Hours after a court ordered demonstrators to stop blocking access to the Ambassador Bridge in Windsor, Ontario, protesters were still there late Friday night, but in lesser numbers. Police officers were standing by but had made no move to clear the area of demonstrators.
The injunction from Chief Justice Geoffrey Morawetz of the Ontario Superior Court was meant to open a way for traffic to move freely across the bridge, which carries roughly a third of U.S.-Canada trade, and which has been blocked for days by protesters.
The court ruling, which took effect at 7 p.m., was part of a flurry of legal activity Friday as officials struggled to contain protests that began in Ottawa two weeks ago, when loosely organized groups of truck drivers and others converged on the capital to protest vaccination requirements for truckers entering Canada. The demonstrations have swelled into a broader battle cry, largely from right-wing groups, against pandemic restrictions and Prime Minister Justin Trudeau’s handling of the pandemic.
The protesters have blocked roads leading to the U.S. border at four points — Windsor; Sarnia, Ontario; Emerson, Manitoba; and Coutts, Alberta.
On Friday evening in Windsor, as the hour for the court order to take effect approached, police cars were seen arriving at a staging area near the blockade. The scene resembled a party, with fireworks, music and a chorus of “freedom” shouts in response to honks. Police officers handed out notices warning that a state of emergency declared by Ontario would take effect at midnight, and that protesters who impeded traffic could be fined or sentenced to prison.
By 11 p.m., the crowd’s numbers had thinned considerably, but there was still a solid knot of protesters blocking access to the bridge. Side streets were blocked off by police vehicles. Music was still blaring from a sound system, but the scene was mostly subdued.
Lori-Jean Hamilton Nugent, a Windsor resident who works in the retail sector, said she would comply with the court injunction.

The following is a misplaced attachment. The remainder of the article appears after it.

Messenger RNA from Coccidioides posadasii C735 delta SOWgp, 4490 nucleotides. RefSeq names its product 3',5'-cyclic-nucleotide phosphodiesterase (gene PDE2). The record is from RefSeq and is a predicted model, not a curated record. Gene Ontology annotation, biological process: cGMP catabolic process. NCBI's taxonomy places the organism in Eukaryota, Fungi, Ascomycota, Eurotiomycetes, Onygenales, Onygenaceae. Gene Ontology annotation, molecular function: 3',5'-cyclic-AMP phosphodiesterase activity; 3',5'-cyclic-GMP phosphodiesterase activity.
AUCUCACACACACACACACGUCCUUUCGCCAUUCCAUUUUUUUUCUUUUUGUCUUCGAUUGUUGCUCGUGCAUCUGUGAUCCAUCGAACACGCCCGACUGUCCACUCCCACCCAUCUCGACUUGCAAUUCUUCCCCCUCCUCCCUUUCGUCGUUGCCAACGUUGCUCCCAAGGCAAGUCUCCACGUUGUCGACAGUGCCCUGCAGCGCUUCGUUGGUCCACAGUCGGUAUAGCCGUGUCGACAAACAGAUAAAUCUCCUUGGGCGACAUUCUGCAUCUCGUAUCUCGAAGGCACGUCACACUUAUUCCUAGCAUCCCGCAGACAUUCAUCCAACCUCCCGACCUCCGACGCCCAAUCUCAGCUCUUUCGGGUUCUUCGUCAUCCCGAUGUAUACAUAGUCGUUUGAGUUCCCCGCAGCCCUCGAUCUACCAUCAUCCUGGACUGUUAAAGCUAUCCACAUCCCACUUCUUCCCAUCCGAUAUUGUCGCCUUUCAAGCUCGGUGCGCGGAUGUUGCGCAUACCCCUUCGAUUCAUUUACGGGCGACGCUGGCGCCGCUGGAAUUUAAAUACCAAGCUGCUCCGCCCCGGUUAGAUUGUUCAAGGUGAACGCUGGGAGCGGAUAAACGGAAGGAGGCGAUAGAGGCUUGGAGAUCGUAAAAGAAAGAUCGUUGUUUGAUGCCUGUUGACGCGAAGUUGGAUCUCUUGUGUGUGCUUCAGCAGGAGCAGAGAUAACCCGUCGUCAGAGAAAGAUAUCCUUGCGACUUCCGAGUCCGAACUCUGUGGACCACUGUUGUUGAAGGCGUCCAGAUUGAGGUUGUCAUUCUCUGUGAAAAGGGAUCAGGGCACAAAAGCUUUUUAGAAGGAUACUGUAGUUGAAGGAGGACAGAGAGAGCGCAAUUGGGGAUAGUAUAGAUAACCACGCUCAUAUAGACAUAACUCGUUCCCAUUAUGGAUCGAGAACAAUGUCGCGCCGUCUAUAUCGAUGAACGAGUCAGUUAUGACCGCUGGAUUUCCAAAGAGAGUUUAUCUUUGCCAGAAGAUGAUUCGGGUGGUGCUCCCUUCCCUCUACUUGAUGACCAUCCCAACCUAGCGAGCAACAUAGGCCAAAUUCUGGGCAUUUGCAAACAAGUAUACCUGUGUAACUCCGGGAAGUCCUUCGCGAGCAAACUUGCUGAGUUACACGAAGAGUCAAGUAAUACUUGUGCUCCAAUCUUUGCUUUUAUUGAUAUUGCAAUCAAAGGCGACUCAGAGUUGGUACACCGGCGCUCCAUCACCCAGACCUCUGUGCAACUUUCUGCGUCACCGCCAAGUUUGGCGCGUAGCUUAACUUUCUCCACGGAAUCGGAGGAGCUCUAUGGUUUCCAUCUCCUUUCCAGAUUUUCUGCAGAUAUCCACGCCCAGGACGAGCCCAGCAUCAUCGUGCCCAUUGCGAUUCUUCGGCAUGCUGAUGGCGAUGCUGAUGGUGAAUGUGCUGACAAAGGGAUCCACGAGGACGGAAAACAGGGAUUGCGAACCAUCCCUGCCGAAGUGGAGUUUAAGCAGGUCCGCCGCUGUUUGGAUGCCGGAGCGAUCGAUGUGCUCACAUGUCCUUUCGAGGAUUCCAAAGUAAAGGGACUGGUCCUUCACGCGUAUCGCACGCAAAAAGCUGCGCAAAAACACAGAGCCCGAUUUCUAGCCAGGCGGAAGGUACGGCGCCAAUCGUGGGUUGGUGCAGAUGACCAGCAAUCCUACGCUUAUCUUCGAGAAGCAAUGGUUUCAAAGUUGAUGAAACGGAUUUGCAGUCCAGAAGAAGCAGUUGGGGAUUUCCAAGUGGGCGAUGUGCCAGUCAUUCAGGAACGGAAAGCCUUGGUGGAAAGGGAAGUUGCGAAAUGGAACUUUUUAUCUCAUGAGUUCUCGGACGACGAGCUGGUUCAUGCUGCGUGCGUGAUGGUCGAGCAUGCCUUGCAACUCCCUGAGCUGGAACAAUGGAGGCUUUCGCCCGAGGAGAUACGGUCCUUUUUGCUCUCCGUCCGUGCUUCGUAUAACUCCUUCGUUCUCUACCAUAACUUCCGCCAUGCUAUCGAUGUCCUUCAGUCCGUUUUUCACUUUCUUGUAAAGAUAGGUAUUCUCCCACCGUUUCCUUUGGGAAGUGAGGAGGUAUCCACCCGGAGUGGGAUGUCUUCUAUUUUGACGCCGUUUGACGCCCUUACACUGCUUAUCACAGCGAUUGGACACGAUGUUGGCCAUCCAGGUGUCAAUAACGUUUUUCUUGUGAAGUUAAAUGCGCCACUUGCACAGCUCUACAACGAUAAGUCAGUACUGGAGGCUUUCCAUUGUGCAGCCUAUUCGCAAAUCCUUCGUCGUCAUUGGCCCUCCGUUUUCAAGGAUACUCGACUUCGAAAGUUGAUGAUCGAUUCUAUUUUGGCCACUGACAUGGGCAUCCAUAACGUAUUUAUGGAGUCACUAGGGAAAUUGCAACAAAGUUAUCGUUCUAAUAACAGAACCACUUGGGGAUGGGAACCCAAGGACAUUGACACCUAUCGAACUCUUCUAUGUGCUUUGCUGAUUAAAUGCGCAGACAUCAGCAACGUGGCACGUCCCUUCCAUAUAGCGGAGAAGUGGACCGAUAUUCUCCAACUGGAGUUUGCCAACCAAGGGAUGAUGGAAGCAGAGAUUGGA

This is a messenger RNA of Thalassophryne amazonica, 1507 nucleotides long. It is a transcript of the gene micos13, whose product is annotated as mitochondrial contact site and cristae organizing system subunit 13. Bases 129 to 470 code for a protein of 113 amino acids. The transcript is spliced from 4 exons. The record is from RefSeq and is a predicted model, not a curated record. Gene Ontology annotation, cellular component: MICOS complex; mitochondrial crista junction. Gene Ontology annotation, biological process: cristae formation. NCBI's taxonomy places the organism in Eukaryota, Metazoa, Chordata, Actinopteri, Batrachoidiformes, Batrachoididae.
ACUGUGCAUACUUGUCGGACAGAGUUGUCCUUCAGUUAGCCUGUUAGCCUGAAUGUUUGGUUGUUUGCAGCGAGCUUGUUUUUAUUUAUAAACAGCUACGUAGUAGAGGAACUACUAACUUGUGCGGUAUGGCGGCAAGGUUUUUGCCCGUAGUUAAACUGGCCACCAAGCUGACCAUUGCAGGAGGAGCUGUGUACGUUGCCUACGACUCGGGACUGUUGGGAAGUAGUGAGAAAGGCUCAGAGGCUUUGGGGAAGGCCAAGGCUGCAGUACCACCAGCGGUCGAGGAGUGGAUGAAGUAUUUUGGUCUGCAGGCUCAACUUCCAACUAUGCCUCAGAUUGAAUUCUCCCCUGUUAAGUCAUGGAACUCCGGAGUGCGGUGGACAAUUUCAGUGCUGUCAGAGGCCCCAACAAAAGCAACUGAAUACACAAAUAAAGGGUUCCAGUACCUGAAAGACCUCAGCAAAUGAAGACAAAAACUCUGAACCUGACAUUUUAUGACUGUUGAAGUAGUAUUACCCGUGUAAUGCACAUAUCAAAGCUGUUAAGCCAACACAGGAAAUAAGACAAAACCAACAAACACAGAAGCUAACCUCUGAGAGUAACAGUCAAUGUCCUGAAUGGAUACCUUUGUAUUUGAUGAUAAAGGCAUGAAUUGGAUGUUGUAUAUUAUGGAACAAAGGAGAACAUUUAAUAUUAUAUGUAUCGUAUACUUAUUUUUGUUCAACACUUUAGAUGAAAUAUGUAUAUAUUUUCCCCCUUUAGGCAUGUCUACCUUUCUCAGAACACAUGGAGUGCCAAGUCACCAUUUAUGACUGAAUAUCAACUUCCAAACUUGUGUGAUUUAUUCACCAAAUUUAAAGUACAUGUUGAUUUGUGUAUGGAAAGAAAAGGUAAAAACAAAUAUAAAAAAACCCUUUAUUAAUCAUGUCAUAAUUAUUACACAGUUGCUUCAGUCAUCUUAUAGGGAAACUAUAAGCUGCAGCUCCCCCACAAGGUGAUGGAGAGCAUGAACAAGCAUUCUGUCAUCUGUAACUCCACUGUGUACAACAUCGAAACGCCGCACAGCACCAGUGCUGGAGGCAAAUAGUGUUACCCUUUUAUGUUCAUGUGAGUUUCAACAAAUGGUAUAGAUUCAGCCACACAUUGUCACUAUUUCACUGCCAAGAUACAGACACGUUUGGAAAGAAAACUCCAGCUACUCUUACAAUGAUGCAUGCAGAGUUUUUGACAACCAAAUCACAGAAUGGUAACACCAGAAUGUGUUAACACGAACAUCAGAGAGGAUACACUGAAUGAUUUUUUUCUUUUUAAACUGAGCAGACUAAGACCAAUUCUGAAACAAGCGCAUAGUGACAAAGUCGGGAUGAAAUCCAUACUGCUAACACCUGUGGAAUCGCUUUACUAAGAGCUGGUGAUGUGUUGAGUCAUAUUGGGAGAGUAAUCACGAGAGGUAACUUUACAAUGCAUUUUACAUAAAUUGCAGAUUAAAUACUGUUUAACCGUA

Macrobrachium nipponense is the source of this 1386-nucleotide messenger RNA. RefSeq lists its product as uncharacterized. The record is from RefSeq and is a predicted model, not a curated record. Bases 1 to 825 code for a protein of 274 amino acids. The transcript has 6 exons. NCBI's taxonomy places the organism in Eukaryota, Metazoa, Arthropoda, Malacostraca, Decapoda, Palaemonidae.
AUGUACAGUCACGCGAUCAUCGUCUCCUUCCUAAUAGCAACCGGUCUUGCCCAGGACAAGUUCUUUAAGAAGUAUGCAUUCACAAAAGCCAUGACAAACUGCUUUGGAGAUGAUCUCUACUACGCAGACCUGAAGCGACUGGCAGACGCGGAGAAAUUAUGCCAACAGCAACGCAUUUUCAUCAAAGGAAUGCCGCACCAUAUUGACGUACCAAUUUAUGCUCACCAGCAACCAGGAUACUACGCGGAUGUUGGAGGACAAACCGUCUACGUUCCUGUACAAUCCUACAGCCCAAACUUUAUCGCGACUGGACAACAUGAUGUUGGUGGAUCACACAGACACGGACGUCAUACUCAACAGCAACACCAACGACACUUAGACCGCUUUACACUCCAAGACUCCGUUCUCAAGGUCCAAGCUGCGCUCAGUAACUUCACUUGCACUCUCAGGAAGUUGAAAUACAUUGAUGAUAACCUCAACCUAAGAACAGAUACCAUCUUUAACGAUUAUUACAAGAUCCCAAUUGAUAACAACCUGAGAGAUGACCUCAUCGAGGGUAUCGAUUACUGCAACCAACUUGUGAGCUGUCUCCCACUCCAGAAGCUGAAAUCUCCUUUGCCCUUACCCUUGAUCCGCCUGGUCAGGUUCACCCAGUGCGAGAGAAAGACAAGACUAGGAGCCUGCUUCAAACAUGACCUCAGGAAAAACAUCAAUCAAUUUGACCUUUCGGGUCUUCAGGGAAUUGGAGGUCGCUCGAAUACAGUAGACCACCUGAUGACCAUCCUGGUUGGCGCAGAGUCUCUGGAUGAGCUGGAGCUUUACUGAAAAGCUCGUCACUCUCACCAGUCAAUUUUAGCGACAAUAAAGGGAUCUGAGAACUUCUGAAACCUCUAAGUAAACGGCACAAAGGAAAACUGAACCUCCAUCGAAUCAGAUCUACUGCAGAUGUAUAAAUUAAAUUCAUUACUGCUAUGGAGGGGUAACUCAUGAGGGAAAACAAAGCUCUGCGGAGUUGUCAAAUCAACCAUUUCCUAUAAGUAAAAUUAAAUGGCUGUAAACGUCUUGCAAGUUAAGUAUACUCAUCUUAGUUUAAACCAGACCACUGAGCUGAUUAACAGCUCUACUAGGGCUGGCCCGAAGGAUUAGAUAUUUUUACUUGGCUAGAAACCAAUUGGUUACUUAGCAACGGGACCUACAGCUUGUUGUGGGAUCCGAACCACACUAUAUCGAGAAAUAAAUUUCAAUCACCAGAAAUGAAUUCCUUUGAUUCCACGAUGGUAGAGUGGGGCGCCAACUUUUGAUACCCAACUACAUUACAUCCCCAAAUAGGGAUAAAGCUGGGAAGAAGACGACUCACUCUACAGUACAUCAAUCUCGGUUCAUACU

“We won’t resist,” she said. “That’s the whole thing. Don’t resist. Don’t cause problems. Go say your piece. We’ll find another way, there’ll be another day. It’s not going to end with them breaking up this one crowd. It’s too much across Canada — across the world. Like everybody woke up and said, ‘Yeah, these truckers are right.’”
She added: “And that’s what I think we all have to realize is that we want freedom, we’d better fight now because if we don’t fight now, we might not have it in another week.”
On Friday, the city of Ottawa filed a request for an injunction to subdue the protests there, as city officials braced for an influx of more demonstrators this weekend.
Earlier in the day, Doug Ford, the premier of Ontario, declared the state of emergency for the province, and the police in Ottawa braced for thousands of protesters to arrive for a third consecutive weekend.
If protesters do not leave peacefully, “there will be consequences, and they will be severe,” Mr. Ford said, adding, “Your right to make a political statement does not outweigh the right of thousands of workers to make a living.”
He said the maximum penalty for noncompliance with provincial orders would be $100,000 and a year in prison, plus potentially the revocation of personal and commercial licenses.
Mr. Trudeau weighed in on the crisis on Friday, saying that the best outcome would be for the protesters to “decide for themselves that they’ve been heard, that they have expressed their frustrations and disagreements, and that it is now time to go home.”
But because they haven’t done so, there will be “an increasingly robust police intervention,” Mr. Trudeau said at a news conference in Ottawa. He added, “This blockade of our economy that is hurting Canadians countrywide, Canadians who have been impacted by these blockades — this conflict must end.”
Automakers have been particularly affected by the partial shutdown of the Ambassador Bridge, which links Windsor and Detroit. Trucks cross it thousands of times a day carrying $300 million worth of goods, about a third of which are related to the auto industry. The blockades have left carmakers short of crucial parts, forcing companies to shut down some plants from Ontario to Alabama on Friday.
The Teamsters union — which represents 15,000 long-haul truck drivers in Canada, but generally not the ones protesting — denounced the blockade, which threatens thousands of jobs.
In Windsor before the court order took effect, Robin Ghanam, with a Canadian flag tied over her shoulders, stood near an open trailer where a group of men were speaking to an Ontario police officer.
Ms. Ghanam, who is from Windsor, said she went to Ottawa for five days to support the convoy. She said the intention of the group at the bridge was to end Covid-19 mandates.
“I believe that this being the busiest bridge in Canada, that this is the place we need to be because this is all about shutting down the economy,” she said. “They’ve done it to us for two years. We’re giving it back.”
Shashank Bengali, Micheline Maynard and Allison Hannaford contributed reporting.